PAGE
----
- The Enterprise
- The Recorder
The president of St. Mary’s College of Maryland is hoping to reverse a trend of fewer applications to the public liberal arts college that he fears will lead to a decline in diversity in the student body.
The offices of admissions and financial aid need to work together more closely to make sure students admitted to the college are able to afford to attend it, said Joseph Urgo, the college president. In the 2010-2011 academic year St. Mary’s College had the fifth-highest tuition in the nation among public four-year institutions, according to the U.S. Department of Education.
Those issues are tied to a reorganization of the admissions and financial aid offices, Urgo said, which included eliminating earlier this month several positions and the long-time employees who occupied those jobs.
Urgo said the changes are needed to help boost the number and diversity of applicants to the college.
The college in the past separated its admissions from its financial aid process. Students were admitted regardless of their financial profile and merit aid was awarded to the highest achievers.
Then, according to Urgo, the financial aid department distributed need-based aid among students who qualified with a cap on the amount any single student would be awarded.
Urgo said that this policy left too many admitted students with a large gap between what they were awarded and what they could afford. Many students would decide not to attend based on that gap.
“We need to do better — and we will,” Urgo wrote in an email to the college’s faculty, staff and students.
“Because our aid packages are so low, we might be getting a reputation” for being a college that does not give out much need-based aid, he said.
The new policy will award higher amounts of need-based aid to fewer students offered admission. Because some admitted students decided they could not afford to attend sometimes the aid initially awarded would go unspent, Urgo said. “The net number of students who actually come with aid will remain the same,” he said.
While the college is hoping to grow the pot of money awarded to students with financial need, for the time being that total amount will remain the same. The college is in the planning stages of a campaign to raise private funds to supplement that fund.
“The point is to be more strategic in the way we use money” for tuition aid in a more need-sensitive manner, Pat Goldsmith, the college’s new vice president and dean of admissions and financial aid, said.
She said there will be situations where the college cannot give enough money to a student based on merit or need that would leave the student with huge loans. In such a case, she said, that student may not be offered a spot at the college.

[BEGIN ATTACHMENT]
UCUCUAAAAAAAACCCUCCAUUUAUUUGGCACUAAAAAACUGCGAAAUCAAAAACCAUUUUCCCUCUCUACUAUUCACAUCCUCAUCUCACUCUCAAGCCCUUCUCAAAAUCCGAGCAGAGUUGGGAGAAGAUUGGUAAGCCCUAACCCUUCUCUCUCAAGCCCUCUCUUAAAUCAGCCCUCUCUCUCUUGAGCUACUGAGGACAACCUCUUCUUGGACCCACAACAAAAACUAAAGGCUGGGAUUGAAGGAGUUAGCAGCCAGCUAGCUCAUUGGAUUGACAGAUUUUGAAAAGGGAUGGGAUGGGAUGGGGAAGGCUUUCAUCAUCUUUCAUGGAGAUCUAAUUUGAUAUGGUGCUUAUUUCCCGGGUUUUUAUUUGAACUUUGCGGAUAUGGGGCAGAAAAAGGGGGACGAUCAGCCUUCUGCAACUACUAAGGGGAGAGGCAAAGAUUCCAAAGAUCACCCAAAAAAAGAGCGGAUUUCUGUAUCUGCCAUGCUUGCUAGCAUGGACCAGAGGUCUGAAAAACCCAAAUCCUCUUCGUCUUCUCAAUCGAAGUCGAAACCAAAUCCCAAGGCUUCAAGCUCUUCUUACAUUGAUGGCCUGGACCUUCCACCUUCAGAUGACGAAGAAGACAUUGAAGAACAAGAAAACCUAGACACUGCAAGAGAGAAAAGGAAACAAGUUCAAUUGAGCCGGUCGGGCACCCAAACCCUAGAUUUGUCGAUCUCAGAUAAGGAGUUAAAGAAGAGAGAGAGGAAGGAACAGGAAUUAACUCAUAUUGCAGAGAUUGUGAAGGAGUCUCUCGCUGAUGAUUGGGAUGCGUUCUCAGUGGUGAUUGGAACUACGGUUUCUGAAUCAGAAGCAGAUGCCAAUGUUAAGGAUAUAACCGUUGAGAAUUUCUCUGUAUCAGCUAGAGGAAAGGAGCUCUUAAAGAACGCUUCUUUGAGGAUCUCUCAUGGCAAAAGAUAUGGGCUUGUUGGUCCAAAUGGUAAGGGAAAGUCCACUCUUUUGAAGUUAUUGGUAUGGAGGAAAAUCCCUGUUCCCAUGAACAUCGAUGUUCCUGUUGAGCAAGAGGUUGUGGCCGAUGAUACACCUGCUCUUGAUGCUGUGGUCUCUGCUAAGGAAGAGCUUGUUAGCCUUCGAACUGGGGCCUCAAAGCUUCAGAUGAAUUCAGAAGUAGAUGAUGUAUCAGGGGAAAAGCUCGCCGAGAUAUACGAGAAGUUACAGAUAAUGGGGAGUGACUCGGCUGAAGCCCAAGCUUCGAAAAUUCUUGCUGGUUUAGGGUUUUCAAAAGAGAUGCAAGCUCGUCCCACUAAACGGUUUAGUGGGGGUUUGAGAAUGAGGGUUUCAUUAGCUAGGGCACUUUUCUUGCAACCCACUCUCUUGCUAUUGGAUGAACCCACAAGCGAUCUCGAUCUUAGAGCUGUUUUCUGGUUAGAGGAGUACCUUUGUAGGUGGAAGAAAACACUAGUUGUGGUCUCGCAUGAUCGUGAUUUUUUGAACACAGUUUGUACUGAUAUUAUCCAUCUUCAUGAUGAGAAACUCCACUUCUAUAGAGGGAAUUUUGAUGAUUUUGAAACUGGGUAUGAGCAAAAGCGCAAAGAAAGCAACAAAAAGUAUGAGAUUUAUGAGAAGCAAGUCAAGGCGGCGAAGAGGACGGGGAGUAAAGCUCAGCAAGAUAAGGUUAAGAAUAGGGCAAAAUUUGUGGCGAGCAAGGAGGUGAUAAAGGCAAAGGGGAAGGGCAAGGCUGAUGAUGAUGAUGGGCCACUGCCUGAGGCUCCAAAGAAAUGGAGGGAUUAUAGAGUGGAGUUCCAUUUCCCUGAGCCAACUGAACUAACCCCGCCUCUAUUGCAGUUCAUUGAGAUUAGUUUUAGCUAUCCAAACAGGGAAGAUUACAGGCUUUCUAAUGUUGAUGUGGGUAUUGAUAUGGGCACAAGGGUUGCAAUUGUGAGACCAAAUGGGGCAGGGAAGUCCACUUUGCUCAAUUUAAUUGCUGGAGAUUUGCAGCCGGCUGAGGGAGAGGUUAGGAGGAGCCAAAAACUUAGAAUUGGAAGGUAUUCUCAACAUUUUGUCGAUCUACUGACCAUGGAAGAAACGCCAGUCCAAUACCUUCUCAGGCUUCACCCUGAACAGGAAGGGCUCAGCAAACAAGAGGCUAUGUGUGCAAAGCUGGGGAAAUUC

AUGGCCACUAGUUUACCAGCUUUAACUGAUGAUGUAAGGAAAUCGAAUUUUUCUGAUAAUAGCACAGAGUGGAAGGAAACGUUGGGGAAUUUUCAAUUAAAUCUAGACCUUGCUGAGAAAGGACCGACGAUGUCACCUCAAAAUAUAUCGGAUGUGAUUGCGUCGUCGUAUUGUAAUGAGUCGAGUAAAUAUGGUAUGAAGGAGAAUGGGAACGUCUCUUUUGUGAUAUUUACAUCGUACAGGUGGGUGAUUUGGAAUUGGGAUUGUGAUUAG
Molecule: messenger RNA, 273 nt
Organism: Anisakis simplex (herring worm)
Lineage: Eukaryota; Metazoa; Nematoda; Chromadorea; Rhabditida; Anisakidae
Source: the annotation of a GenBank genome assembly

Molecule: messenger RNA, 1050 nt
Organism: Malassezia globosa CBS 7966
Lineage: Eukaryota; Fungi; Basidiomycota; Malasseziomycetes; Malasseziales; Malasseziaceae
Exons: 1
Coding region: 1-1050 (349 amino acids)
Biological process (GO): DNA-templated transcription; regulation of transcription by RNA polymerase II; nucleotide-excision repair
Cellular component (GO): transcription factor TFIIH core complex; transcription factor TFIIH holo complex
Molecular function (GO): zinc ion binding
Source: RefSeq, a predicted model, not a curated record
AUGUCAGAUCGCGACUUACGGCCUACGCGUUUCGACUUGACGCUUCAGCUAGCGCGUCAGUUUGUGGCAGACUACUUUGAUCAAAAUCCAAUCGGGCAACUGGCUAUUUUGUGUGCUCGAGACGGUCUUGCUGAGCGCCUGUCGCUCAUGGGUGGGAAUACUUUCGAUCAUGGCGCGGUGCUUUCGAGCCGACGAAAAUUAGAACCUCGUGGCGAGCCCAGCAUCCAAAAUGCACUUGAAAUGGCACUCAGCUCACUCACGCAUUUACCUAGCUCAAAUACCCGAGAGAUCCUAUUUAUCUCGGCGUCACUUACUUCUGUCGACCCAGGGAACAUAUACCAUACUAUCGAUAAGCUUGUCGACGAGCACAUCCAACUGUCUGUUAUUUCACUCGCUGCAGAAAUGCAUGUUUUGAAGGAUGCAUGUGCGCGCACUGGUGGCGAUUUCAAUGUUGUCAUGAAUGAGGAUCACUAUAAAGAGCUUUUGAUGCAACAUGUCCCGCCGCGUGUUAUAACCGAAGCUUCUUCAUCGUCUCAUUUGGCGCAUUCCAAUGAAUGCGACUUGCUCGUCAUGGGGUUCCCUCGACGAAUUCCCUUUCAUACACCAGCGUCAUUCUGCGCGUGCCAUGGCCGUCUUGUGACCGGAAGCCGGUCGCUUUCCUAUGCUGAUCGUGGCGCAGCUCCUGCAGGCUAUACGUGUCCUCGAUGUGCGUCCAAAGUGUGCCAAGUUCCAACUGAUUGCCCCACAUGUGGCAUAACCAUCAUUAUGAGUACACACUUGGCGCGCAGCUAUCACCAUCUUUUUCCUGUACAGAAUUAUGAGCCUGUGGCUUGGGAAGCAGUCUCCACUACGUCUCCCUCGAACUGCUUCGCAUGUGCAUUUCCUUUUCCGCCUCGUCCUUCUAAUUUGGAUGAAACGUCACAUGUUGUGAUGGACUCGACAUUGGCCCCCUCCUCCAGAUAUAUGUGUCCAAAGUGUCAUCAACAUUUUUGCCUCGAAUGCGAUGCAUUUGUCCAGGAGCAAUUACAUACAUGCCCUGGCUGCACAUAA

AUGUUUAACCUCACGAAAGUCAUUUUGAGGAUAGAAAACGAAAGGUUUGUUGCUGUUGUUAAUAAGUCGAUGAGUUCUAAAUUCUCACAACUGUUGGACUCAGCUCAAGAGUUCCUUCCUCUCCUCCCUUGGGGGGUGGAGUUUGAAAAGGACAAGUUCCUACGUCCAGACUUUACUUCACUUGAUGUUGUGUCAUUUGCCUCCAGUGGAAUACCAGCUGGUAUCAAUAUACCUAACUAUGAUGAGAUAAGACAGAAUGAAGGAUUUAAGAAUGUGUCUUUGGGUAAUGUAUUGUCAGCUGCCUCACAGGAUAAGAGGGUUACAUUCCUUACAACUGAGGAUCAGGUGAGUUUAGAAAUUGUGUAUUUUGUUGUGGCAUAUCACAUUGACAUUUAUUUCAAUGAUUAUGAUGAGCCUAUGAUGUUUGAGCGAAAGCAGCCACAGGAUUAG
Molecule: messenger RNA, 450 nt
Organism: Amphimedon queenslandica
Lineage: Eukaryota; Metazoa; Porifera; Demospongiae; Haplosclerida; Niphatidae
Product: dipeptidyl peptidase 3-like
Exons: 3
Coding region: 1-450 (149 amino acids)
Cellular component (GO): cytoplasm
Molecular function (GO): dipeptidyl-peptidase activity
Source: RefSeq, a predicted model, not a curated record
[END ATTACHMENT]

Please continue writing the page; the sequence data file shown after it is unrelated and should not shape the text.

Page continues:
The hope is to offer larger grants and smaller loans to students with financial need.
Over the last few years the college has shifted how it awards aid from about 25 percent need-based and 75 percent merit to a nearly 50-50 split.
That shift will likely continue, although, Goldsmith said, “I don’t think we’ll ever see merit aid completely disappear.”
Students will be required to apply for merit aid, which will be used more as a recruiting tool, Goldsmith said.
All scholarship applicants will be asked to submit the Free Application for Federal Student Aid to determine if they might qualify for federal and state funds.
The president said as the number of applications comes closer to dipping below 2,000 he has become worried about the caliber of the students.
In his email Monday to the college community, Urgo said, “To date, our entering classes have been consistently strong. We must secure that strength going forward in an increasingly competitive environment.”
The college began using a common college application last year that allowed students to fill out one form to apply to multiple colleges.
Students applying to St. Mary’s College also were required to fill out a supplemental section of the application, Urgo said. That may have turned off some students, and that part of the application will be dropped, he said.
The college is also aligning application deadlines with other colleges, revising recruitment materials and stepping up recruitment travel schedules, Urgo said in his email.
In that email, he acknowledged that news of the changes “took many by surprise.” He thanked Rich Edgar, the former admissions director, and Lisa Crowe, an office administrator, for their years of service. The positions the two employees held were eliminated in the reorganization of the office and they no longer work at the college.
An online petition was started by alumni asking the college’s trustees to rehire Edgar and Crowe; the petition had more than 850 signatures as of Wednesday.
“We don’t get involved in personnel matters; we leave that” to the college president, Molly Mahoney Matthews, chair of the college’s board of trustees, said this week. She added of Edgar and Crowe, “Their service has been exceptional.”
Mahoney Matthews said there are 10 trustees on the board who are alumni of St. Mary’s. “We take the alumni voice very seriously,” Mahoney Matthews said.
She said the board will review a committee recommendation of the admissions and financial aid reorganization this fall.
Neil Irwin, an alumnus of the college and trustee who chairs the admissions and financial aid committee, this week had no comment on the changes.